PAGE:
I have two goals in life. The first goal is to live to be 100 years old. My second goal is to bowl a perfect 300 game. My bowling friends tell me I have a better chance of living to 100. Of course, if I do make it to 100, I want to be of sound mind and hopefully — still walking. So science and research says there are things I can do (or not do) to increase my odds.

This article is the second of a two-part series on successful aging. This one will cover: (1) the importance of nutrition; and (2) foods that are good for the brain. Loss of appetite can result from several different factors, such as difficulty swallowing, lack of exercise, seemingly tasteless food, side effects of medications. This ultimately leads to a major problem in the older adult population — malnutrition.

Almost 50% of older Americans are malnourished. In our country, senior malnutrition is an epidemic hiding in plain sight. Because malnutrition generally occurs over time, you cannot suspect malnutrition from just looking at someone. That is why malnutrition hides in plain sight (Source: Also, because the outward signs are the same as problems associated with age — falling, anemia, slow healing, and fragile bones — it can escape notice.

Malnutrition greatly affects one’s abilities to remain healthy, especially when faced with a serious health situation. In fact, approximately 30% of older people admitted to the hospital arrive malnourished and being malnourished while in the hospital will generally increase the length of stay.

Fortunately, there are changes that you can watch for that serve as clues:

● Clothes looking loose or baggy.
● Eating less at meal time.
● Failing strength, wobbly walking or weakened hand grip.
● Changes in denture fit, or dentures that appear to be floating in the mouth.
● Unintentional weight loss of 5% of body weight or more per month.
If you notice any of these changes in your aging loved one, be concerned. The Internet has lots of helpful information on senior eating tips and malnutrition. If your aging loved one has Alzheimer’s or other dementia, here  are 12 tips on eating that come from the Alzheimer’s Association (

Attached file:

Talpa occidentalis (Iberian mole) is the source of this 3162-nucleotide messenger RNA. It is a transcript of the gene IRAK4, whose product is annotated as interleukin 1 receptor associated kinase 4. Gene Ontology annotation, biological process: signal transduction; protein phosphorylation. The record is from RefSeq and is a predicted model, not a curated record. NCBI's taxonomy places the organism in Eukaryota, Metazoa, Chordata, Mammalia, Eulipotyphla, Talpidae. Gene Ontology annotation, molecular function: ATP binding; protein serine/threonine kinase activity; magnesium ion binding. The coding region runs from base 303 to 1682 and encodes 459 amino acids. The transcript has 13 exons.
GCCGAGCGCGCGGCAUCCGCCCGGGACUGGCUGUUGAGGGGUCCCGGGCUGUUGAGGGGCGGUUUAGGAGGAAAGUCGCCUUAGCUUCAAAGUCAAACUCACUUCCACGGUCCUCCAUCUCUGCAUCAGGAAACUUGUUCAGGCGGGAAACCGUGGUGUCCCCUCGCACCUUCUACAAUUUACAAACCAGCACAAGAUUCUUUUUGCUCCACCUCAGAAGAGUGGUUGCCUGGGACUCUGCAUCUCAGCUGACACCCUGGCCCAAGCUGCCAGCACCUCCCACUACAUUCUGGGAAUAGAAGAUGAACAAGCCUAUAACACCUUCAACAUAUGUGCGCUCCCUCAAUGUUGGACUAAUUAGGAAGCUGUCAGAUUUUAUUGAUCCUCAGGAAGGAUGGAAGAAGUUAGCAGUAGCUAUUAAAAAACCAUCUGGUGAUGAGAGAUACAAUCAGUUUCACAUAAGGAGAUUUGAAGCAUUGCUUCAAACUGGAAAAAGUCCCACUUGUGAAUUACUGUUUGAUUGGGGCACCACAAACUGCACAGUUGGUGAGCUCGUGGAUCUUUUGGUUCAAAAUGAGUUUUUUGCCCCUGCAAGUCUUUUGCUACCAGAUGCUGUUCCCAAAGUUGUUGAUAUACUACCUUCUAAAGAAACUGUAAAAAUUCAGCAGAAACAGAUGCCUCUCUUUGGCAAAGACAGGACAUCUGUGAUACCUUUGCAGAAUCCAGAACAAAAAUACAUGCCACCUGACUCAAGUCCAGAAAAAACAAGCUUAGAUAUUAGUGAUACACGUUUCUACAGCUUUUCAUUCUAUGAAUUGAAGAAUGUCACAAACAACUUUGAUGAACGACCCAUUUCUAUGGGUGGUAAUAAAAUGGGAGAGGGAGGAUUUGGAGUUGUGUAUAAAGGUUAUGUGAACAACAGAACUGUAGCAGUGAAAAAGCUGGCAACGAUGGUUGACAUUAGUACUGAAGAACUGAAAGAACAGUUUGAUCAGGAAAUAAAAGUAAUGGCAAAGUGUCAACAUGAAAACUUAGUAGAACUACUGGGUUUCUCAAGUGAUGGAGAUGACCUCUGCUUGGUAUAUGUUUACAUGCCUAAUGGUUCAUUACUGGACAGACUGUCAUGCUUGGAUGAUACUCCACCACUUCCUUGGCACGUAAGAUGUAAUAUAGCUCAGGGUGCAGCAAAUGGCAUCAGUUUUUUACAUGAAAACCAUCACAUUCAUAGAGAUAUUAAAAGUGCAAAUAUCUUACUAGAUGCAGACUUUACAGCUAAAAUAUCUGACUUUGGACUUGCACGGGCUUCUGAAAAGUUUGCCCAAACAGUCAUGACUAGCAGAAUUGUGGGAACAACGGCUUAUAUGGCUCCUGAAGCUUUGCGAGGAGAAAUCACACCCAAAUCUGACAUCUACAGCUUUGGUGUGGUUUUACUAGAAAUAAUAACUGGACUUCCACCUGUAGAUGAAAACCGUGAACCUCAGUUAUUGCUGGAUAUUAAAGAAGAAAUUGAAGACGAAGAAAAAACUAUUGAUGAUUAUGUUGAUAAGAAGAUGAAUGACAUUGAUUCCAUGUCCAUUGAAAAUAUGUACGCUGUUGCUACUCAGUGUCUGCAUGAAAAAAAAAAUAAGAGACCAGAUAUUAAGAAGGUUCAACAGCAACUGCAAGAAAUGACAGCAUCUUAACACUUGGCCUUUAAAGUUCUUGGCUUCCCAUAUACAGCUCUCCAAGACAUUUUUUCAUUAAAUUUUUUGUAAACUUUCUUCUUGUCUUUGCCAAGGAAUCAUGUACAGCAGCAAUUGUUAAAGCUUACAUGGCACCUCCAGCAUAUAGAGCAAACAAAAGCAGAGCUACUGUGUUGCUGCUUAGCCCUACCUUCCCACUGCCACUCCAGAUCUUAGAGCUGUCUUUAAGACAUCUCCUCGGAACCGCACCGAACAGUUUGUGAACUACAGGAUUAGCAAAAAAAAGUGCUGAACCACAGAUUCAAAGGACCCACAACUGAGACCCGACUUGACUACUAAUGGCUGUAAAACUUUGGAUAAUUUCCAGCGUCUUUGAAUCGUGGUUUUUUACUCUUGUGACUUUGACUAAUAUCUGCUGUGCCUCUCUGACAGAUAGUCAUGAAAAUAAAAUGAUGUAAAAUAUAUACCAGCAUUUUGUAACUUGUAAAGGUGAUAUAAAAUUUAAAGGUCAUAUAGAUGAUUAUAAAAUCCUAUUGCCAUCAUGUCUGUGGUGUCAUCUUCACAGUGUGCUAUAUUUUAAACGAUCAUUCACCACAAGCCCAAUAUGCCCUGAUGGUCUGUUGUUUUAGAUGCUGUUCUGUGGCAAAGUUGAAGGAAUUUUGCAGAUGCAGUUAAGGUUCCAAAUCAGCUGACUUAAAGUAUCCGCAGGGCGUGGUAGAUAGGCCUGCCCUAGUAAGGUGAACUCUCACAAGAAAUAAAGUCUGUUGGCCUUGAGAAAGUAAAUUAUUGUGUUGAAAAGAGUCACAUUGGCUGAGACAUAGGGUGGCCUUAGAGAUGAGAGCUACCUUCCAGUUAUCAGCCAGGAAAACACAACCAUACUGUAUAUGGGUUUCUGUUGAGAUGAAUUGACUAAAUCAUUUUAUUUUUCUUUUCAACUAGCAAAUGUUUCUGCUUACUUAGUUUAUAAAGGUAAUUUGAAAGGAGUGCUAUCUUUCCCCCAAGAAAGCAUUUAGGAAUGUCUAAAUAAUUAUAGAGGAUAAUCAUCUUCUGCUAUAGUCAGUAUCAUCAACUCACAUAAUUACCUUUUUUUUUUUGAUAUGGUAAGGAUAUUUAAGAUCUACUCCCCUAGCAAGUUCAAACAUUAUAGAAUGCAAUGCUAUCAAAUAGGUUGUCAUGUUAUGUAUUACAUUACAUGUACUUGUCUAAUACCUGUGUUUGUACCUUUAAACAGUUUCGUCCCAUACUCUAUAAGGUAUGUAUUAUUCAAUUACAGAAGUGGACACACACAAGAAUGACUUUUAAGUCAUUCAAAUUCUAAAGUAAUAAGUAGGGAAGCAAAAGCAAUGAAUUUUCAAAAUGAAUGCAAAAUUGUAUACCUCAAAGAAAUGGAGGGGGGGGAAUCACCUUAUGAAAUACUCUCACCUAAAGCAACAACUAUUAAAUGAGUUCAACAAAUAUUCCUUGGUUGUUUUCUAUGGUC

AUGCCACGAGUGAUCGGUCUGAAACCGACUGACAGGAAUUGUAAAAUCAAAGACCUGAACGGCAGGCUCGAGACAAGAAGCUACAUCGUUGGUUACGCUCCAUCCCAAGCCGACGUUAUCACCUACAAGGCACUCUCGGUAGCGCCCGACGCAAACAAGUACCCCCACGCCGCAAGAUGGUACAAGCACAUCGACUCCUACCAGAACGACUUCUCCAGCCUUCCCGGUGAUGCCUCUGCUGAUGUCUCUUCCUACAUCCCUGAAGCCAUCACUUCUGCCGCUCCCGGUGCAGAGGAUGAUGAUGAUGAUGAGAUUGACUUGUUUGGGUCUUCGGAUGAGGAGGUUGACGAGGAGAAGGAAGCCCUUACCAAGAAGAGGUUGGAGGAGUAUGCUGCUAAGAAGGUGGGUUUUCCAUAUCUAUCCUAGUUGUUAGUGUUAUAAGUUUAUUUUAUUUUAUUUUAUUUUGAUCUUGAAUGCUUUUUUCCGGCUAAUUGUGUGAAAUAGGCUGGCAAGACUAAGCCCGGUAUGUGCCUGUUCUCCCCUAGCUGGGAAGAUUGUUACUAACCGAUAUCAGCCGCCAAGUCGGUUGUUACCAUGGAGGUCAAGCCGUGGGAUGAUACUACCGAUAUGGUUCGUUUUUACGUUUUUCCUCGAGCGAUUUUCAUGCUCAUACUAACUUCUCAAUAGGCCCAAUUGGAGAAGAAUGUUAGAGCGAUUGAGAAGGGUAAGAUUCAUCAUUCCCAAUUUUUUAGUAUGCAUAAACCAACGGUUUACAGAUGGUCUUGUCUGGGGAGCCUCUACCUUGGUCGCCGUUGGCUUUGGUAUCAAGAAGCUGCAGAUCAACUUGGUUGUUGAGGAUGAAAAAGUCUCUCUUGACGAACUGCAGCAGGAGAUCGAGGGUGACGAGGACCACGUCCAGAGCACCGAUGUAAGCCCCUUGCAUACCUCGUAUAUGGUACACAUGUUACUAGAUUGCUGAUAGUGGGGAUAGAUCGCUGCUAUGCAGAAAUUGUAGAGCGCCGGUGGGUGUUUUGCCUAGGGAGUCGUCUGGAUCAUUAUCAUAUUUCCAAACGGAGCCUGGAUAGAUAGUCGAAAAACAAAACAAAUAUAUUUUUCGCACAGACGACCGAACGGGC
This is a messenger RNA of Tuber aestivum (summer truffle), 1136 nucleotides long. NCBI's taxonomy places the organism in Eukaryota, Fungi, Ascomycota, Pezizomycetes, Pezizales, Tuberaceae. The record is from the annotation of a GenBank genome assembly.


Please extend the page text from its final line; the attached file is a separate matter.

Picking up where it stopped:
(1) Bite-size pieces.

Prepare foods so they aren’t hard to chew or swallow. Grind foods, cut them into bite-size pieces or serve soft foods (applesauce, cottage cheese and scrambled eggs).

(2) Be alert for signs of choking.

Avoid foods that are difficult to chew thoroughly, like raw carrots. Encourage the person to sit up straight with his or her head slightly forward. If the person’s head tilts backward, move it to a forward position. At the end of the meal, check the person’s mouth to make sure food has been swallowed. Learn the Heimlich maneuver in case of an emergency.

(3) Address a decreased appetite.

If the person has a decreased appetite, try preparing some of his or her favorite foods. You may also consider increasing the person’s physical activity or plan for several small meals rather than three large meals.

(4) Limit distractions.

Serve meals in quiet surroundings, away from the television and other distractions.

(5) Keep the table setting simple.

Avoid patterned plates, tablecloths and placemats that might confuse the person. Using color to contrast plates against a tablecloth or placemat can make it easier for the person to distinguish the food from the plate or table. Consider using a plastic tablecloth, napkins, or aprons to make cleanup easier. Provide only the utensils needed for the meal to avoid confusion.

(6) Distinguish food from the plate.

Changes in visual and spatial abilities may make it tough for someone with dementia to distinguish food from the plate or the plate from the table. It can help to use white plates or bowls with a contrasting color place mat. Avoid patterned dishes, tablecloths, and place mats.

(7) Check the food temperature.

A person living with dementia might not be able to tell if something is too hot to eat or drink. Always test the temperature of foods and beverages before serving.

(8) Offer one food item at a time.

The person may be unable to decide among the foods on his or her plate. Serve only one or two items at a time. For example, serve mashed potatoes followed by the main entree.

(9) Be flexible with food preferences.

It is possible the person may suddenly develop certain food preferences or reject foods he or she may have liked in the past.

(10) Allow plenty of time to eat.

Keep in mind that it can take an hour or more for the person to finish.

(11) Eat together.

Give the person the opportunity to eat with others. Keeping mealtimes social can encourage the person to eat.

(12) Keep in mind the person may not remember when or if he or she ate.

If the person continues to ask about eating breakfast, consider serving several breakfasts — juice, followed by toast, followed by cereal.